Random Sale of Land : Saving the Soil For National Development

The scramble over land by way of sale and grabbing is making news headlines in Cameroon. Fako Division in the South West Region has joined the spree of locales where the sale of land smacks of insatiable thirst.  Lately, the University of Buea questioned the role of some chiefs in the mischief of land taking. Here, a bitter exchange of correspondences between the administration of the University and the traditional rulers of the area came to the limelight. While the University was backing the commonality of their land earlier earmarked for the public institution, the chiefs involved were asking to relinquish some land to boost their fiefdoms. 
This is just one example of the many situations of land conflicts in Fako and across the country pitting communities against communities and individuals against individuals. Behind each of the land conflicts is usually some causal germ of the quest of private gain over public interest. The aggravating state of affairs necessitated the muscled hand of public authorities to put some form of order.  This why a recent outing of Cameroon’s Minister of State Property, Surveys and Land Tenue (French acronym, MINDCAF) has suspended the sale of land in 21 of the country’s 58 administrative Divisions. The Ministerial act made public during a cabinet meeting of 28 April, 2022, is resounding and appears as a sign-post-check in a sector that remains central to the nation’s political, economic, cultural, and social life. 
Land as the earth’s surface is, however, naturally infinite. Though not elastic, the earth will never be fully occupied. The added value of land only certainly comes with its locations. From this providence of nature, God has blessed the human being to take command and possession of the soil for exploitation and survival. Nonetheless, land meant to support life and as such a matter of collective and community interest, must be managed with law and order. This will check situations of disorder with land rather becoming a source of conflict, an object of envy and the individual enrichment tool. Even some public administrators of the public good have been wanting in their role. Some of the local Administrators as supposed public servants have gotten themselves entangled in land grabbing squabbles.
Amidst the hullabaloo over land grabbing in some areas of Cameroon, the Minister in charge has ordered the suspension of the sale of plots of land in areas of heightened disorder. The Ministerial Decision concerns Lekie, Mefou and Afamba, Mefou and Akono, Mbam and Inoubou, Mbam and Kim, Lom and Djerem, Dja and Lobo, Ntem Valley, Ocean, Mvila, Sanaga-Maritime, Moungo, Nkam, Upper Sanaga, Noun, Benue, Fako, Mezam, Mayo-Banyo, Vina, and Wouri. West of the Mungo, the decision touches on two Administrative Divisions out of 13 namely Mezam in the North West Region and Fako in the South West Region. Both localities are Divisional seats of their respective regional administrations.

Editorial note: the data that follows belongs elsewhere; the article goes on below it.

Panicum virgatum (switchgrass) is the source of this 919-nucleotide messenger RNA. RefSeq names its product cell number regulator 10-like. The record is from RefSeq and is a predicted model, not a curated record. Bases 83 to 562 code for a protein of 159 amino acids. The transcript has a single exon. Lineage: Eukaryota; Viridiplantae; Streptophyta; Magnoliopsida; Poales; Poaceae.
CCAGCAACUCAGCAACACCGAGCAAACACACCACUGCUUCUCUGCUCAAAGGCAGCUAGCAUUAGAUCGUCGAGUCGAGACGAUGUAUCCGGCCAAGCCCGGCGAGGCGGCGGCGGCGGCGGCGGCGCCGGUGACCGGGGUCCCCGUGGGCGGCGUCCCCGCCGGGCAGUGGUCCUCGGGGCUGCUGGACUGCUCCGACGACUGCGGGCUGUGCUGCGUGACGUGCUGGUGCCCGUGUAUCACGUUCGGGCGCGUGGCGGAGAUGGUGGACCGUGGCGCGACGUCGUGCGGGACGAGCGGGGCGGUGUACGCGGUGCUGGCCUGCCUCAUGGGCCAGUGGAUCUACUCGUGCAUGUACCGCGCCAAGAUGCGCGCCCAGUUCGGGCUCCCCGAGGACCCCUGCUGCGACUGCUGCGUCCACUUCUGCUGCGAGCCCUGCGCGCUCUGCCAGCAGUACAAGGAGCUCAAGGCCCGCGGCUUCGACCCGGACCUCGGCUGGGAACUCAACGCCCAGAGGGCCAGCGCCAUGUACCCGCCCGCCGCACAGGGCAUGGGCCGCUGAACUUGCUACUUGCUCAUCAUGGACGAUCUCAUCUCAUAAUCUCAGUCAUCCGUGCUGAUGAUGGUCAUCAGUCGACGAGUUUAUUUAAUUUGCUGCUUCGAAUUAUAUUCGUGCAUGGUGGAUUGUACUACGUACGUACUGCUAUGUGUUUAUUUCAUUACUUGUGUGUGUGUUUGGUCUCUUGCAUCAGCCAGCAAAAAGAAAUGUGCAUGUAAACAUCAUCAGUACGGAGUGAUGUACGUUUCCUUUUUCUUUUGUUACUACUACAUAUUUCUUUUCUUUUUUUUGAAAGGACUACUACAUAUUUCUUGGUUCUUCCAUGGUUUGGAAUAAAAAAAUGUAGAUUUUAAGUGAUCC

The Ministerial stance comes as Government’s clench of fist against indiscriminate sale and occupancy of State and National Land.  Regulatory instruments governing land ownership and disposal in Cameroon profiles acreage into such categories as State Land, National Land and Private Land. Land experts have defined public land as that which is used by the public. It is the stretch from the main road to the construction area. Public lands include markets, chiefdoms, and also the 25-meter stretch from the river or water body.  Private lands are lands that have been duly acquired with known land title. Private lands could be individual or moral (land acquired by a company with a recognized land certificate). 
National land is first of all land that is free for any occupation. National land can be classified in two categories namely land that has been occupied before 5 August, 1974, but has no land title. The second category is land occupied after 5 August, 1974, but has no land title. The date of 5 August, 1974, is the usual 30-day period of publication of a legal instrument, in this case, after the Ordinance No. 74/l of July 6, 1974, establishing the land tenure system in the Country.
Briefly, all free lands without land certificates belong to the State. Even when people ignorantly sell or buy national land, they are only occupying or exploiting it. Experts of the Ministry in charge of lands clarify that the Minister's decision is based on people’s constant abuse of public land depriving the community of its access. With the new dispensation, any one in need of a land certificate will henceforth have to obtain a special matriculation from MINDCAF before their files are processed.
Experts have analyzed this instrument and framed that the national domain is essentially made up of all unregistered land outside the public domain. They hold that the national domain is administered by the State. Its disposal can only be possible by concession or lease in the case of unoccupied land or by registration where occupation results in a clear human h...

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